Digital processing system avoids 17.4 million drug errors in US in one year
Processing a prescription through an electronic ordering system can halve the likelihood of a drug error, and avert more than 17 million such incidents in US hospitals in one year alone, indicates research published online in the Journal of the American Medical Informatics Association.
And if much more widely adopted than at present, the system has the potential to cut out 50 million drug errors a year, calculate the researchers.
The US Institute of Medicine estimates that, on average, at least one mistake will be made with a hospital patient's medication every day.
Computerised provider order entry systems, or CPOE for short, process prescriptions or test requests electronically, sending them directly to the relevant individual/department.
They aim to improve quality and safety by avoiding the need to rely on handwritten instructions, and by providing inbuilt checks on doses and potentially harmful interactions with other medications, so cutting down on the risk of mistakes.
The researchers systematically analysed the published evidence on the impact of CPOE on hospital drug errors and combined this with data on the adoption of CPOE by hospitals and the volume of medication orders processed, using several reliable sources.
These included the 2006 American Society of Health System Pharmacists Annual Survey, the 2007 American Hospital Association (AHA) Annual Survey (4701 hospitals in total), and the Association's own data on uptake of electronic health records.
The final analysis calculated the estimated reduction in drug errors for 2008. It showed that CPOE halves the likelihood of a drug error. And when put in the context of the number of US hospitals that had adopted the system by 2008, the authors calculated that it cut these errors by 12.5% nationally.
That equates to around 17.4 million drug errors avoided in 2008 alone, they say.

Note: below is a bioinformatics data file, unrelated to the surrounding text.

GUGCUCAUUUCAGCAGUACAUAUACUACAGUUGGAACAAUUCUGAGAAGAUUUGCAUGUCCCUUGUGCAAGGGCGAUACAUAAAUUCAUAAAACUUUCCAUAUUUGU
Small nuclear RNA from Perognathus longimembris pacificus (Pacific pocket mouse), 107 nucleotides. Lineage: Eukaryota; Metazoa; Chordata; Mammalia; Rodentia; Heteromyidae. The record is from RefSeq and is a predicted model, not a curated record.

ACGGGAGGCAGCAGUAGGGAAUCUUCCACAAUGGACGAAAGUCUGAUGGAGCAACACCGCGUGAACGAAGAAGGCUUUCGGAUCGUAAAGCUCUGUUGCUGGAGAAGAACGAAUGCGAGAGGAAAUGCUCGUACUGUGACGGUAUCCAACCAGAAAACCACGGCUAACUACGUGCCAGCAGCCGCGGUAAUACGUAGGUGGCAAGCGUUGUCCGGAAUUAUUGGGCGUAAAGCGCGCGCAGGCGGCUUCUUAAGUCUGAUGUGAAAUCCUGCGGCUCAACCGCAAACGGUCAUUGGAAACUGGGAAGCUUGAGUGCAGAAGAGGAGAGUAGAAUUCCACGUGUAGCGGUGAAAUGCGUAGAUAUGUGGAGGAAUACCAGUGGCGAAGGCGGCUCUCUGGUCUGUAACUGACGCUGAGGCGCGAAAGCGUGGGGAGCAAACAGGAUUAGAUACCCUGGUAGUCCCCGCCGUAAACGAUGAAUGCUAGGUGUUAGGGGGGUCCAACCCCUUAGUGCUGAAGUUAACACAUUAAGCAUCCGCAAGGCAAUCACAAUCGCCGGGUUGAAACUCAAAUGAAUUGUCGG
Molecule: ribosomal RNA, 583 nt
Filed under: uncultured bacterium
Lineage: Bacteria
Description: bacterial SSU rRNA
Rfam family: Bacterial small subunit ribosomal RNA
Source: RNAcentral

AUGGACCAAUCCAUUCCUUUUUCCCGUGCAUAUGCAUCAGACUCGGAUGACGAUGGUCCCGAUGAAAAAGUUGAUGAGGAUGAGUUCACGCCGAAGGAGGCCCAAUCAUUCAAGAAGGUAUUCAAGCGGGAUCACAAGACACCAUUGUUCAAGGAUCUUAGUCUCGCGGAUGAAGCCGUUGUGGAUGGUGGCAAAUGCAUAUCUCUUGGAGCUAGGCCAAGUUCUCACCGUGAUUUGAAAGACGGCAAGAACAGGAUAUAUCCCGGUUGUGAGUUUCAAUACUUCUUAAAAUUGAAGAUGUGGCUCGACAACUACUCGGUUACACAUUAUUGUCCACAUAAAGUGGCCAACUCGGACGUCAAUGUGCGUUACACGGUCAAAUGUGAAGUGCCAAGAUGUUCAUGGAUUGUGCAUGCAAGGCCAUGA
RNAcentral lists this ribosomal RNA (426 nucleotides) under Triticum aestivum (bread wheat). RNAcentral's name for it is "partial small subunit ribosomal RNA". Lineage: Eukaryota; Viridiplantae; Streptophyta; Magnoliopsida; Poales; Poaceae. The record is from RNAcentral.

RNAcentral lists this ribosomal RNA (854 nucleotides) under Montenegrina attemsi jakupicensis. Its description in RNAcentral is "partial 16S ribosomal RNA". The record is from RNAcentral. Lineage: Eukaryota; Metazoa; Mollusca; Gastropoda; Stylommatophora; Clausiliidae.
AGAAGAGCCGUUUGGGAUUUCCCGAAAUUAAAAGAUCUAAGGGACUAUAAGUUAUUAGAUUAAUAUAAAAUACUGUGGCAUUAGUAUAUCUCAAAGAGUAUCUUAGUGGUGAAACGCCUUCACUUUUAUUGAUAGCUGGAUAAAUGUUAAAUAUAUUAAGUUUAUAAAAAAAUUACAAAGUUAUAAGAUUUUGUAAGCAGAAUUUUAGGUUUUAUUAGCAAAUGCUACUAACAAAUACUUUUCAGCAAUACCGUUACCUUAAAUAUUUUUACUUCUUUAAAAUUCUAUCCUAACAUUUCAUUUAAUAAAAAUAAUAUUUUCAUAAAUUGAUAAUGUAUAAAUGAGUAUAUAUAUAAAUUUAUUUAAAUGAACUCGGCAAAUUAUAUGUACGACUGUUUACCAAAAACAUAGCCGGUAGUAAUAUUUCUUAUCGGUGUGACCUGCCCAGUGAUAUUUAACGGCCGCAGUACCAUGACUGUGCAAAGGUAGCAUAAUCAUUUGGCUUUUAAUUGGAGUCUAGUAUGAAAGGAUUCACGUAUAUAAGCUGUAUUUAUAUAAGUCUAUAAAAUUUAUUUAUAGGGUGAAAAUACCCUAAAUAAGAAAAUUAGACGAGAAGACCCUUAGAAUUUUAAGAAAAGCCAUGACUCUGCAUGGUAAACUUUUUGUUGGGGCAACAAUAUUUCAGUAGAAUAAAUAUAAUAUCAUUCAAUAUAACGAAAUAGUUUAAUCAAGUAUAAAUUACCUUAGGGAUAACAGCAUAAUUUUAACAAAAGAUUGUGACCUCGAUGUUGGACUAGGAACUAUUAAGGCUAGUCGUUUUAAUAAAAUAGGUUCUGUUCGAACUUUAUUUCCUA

Yet the AHA survey indicated that only one in three acute care hospitals had adopted CPOE by 2008. Larger, urban, and teaching hospitals were significantly more likely to have done so.
Those hospitals that had adopted the system were enthusiasts, with almost four out of 10 respondents saying that they processed 90% of their orders this way.
But a significant proportion (42%) said they used it less than half the time, equating to around a quarter of all medication orders processed by CPOE across the board, say the authors.
"Despite CPOE systems' effectiveness at preventing medication errors, adoption and use in US hospitals remains modest," write the authors, adding that "great potential" remains to cut the tally of drug errors still further.
"If all US hospitals adopted CPOE, assuming constant implementation levels of around 60%, 51 million medication errors per year could be averted compared with what would have been expected without CPOE," they say.
More information: Reduction in medication errors in hospitals due to adoption of computerized provider order entry systems, Online First, doi 10.1136/amiajnl-2012-001241
Journal reference: Journal of the American Medical Informatics Association
Provided by British Medical Journal
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